Good news for homebuyers! The Bombay High Court has upheld the constitutional validity of RERA and its applicability to ongoing projects across states. Thus, industry experts say, this ruling will further expedite the completion of projects as developers may want to complete the near-completion projects to avoid the hassle of all the regulatory process.
It may be noted that under the provisions of the Real Estate (Regulation and Development) Act, builders are not only required to register their new projects with RERA, but also have to disclose the original sanctioned plans and changes made in an ongoing project at the later stage as well as duration of the time within which they will complete the project. This provision, along with some others, was challenged in various courts by some builders. However, the court upheld the constitutional validity of this provision and its applicability to ongoing projects as well.
Commenting on this judgement, Surabhi Arora, Senior Associate Director, Research, Colliers International India, says that according to the Act, the promoter of an ongoing real estate project, in which all buildings as per sanctioned plan have not received occupancy or completion certificate, is required to submit application for registration for each such phase of the project, within a period of three months from the date of commencement of section. However, many state governments tried to dilute this provision.
Keeping this in view, “the judgement to further include ongoing projects under the purview of RERA is a welcome move, but it also provides flexibility to RERA authorities to grant more time in exceptional cases to a builder to complete a project. Although it is a good news for builders, it may sometimes result in dilution of the law.”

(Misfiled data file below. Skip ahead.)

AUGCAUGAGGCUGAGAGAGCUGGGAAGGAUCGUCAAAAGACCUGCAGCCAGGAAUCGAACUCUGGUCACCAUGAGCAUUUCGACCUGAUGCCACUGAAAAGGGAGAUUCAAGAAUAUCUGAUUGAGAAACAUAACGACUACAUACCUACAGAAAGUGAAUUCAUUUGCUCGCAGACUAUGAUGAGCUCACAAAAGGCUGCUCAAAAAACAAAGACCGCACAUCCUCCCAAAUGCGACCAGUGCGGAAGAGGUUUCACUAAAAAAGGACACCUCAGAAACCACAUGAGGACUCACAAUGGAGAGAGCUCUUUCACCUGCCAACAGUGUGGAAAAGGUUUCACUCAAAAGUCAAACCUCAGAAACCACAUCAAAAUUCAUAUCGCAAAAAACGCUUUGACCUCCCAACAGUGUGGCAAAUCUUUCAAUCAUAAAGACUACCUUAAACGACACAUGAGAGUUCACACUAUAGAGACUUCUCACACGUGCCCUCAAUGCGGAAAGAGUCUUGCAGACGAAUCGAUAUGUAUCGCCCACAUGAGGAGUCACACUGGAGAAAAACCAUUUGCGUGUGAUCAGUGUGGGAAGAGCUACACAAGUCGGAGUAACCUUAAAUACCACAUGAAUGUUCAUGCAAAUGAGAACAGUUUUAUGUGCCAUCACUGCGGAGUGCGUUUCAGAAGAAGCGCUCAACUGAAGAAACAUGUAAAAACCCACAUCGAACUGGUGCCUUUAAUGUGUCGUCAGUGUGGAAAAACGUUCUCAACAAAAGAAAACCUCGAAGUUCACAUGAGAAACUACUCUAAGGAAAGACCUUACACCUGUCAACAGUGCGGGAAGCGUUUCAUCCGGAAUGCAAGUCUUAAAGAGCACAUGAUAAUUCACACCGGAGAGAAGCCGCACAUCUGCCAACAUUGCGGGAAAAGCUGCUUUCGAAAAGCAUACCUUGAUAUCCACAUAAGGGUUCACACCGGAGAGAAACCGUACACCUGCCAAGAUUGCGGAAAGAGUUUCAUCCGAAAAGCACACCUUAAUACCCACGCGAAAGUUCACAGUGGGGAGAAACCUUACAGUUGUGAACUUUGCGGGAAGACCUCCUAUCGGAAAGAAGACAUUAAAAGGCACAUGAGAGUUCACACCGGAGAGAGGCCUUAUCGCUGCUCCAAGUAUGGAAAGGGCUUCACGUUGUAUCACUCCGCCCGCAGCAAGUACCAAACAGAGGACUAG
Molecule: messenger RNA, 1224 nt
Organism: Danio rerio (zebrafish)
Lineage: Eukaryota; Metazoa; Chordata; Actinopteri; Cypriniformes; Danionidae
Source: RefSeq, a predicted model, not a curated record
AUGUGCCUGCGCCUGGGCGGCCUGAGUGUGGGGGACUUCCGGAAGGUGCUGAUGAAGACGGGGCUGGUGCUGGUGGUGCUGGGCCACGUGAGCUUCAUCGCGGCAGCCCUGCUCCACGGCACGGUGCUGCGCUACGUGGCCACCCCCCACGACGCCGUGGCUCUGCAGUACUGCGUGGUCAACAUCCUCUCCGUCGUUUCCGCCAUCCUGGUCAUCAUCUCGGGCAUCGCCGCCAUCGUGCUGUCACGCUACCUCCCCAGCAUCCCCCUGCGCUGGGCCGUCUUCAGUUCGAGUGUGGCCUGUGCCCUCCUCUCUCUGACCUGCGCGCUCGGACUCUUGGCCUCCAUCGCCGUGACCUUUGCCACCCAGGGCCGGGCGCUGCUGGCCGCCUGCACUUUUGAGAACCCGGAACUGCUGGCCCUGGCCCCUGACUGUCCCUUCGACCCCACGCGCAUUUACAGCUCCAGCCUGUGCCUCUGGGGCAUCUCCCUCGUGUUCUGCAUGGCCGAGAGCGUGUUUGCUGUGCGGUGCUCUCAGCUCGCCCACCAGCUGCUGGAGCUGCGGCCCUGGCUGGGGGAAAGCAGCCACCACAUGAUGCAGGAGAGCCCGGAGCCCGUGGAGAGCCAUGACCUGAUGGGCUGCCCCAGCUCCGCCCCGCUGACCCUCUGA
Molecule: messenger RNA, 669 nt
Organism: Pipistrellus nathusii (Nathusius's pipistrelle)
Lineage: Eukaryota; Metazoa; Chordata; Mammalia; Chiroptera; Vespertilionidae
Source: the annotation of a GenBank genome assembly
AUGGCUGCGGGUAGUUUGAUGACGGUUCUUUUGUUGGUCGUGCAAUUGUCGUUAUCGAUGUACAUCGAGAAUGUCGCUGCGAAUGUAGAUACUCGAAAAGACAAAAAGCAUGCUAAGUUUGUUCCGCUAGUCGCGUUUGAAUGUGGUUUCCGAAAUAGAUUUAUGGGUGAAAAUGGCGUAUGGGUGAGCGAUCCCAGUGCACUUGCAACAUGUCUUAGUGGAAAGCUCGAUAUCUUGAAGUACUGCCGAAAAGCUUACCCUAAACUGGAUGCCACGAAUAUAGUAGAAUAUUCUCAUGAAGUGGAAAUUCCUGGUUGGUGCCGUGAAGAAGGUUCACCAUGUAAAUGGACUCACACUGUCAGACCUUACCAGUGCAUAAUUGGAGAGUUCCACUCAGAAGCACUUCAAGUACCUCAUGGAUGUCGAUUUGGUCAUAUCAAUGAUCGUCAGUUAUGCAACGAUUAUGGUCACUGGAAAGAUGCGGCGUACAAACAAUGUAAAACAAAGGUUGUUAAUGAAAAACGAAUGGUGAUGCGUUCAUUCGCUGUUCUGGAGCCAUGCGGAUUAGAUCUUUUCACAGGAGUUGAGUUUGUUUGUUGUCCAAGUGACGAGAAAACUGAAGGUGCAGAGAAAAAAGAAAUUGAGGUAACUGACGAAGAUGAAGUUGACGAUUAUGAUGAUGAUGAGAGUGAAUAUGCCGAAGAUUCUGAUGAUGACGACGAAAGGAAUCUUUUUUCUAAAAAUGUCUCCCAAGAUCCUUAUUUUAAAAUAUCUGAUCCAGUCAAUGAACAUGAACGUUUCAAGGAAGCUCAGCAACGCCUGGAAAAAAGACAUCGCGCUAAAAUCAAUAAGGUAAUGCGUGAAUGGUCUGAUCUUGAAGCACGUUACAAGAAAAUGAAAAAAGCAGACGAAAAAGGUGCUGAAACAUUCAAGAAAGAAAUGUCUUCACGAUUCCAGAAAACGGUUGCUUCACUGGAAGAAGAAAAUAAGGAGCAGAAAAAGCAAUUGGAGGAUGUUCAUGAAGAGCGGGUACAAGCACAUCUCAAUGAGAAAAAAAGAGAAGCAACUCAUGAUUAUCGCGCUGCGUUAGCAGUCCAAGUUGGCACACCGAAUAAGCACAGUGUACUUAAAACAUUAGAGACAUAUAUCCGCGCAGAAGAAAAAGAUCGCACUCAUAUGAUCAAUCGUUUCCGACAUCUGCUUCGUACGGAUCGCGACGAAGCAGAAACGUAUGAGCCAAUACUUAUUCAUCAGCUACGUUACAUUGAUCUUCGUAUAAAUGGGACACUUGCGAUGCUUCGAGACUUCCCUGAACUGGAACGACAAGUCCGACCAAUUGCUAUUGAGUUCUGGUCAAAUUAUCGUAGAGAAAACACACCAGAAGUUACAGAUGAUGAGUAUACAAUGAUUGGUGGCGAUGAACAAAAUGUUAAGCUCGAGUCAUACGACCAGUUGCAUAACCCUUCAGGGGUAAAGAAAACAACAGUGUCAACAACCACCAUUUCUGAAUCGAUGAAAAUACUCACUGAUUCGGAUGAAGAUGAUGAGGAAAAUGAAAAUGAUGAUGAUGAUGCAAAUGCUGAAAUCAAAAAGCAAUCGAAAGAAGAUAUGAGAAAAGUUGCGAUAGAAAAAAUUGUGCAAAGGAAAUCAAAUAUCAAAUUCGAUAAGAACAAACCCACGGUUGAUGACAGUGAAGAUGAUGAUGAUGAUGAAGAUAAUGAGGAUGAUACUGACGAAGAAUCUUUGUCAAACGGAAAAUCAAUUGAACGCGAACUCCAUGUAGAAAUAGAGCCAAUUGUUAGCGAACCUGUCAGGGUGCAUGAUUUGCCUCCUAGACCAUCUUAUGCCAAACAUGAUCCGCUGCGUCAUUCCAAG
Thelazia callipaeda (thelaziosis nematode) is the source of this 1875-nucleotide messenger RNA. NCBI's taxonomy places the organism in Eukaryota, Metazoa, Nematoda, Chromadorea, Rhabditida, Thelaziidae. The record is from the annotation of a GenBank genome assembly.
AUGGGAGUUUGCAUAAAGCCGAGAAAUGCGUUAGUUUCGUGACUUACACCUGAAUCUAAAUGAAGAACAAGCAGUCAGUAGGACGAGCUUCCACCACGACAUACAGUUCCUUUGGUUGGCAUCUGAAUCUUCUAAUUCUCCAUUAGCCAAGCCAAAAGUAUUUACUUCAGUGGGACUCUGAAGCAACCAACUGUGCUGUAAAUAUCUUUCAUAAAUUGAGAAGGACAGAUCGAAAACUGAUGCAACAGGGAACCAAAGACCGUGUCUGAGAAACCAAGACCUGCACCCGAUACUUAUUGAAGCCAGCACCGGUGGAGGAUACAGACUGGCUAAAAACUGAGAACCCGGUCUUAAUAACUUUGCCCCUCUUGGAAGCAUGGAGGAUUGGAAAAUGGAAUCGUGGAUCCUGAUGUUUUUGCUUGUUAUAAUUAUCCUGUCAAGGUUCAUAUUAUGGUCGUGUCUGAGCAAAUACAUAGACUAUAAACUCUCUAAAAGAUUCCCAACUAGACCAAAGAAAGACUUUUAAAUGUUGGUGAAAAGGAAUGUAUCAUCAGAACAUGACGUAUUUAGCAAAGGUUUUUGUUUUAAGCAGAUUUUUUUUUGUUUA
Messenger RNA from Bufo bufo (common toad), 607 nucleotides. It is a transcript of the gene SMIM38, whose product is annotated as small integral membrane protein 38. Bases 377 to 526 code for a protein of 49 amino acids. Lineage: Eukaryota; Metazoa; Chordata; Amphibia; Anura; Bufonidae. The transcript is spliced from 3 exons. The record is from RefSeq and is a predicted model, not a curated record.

The applicability of RERA on ongoing projects will further expedite the completion of projects as developers may want to complete the near-completion projects to avoid the hassle of all the regulatory process. However, problem will remain for the projects where the developer has no money to complete them. The options available in case of revocation of license are the development of the remaining project by buyers’ associations; bidding out completion of the remaining project to a competent agency (private or government) in lieu of remaining payment; or completion of the project by a competent government authority.
“The provisions, however, do not specify the authority who will undertake the remaining construction in case of developers’ inability to complete the projects. Also, it is not known what recourse is available to the buyer if this authority is unable to or not capable of building as per the agreed specifications of the project (especially within the promised price). It is also silent on the rights of banks, NBFCs or private equity funds that may have funded the project,” Arora says.
Amit Wadhwani, Director, Sai Estate Consultants, says that the Bombay HC Bench has allowed significant leeway for developers and permitted the state-level RERA authority and the Appellate Tribunal to consider delays on a case-to-case basis in ‘exceptional and compelling circumstances’. Developers have challenged the provision of natural disasters and asked the court to give leeway under such situations.
“The pending cases of delays due to RERA must be resolved to understand the limitations. If a real estate developer is following the best practices, RERA can work in their favour. RERA is supposed to instill cheer and not to be feared within the developer community. Hence, it is a positive move. However, it can lead to ambiguity as the HC ruling says it may differ on a case-to-case basis,” he says.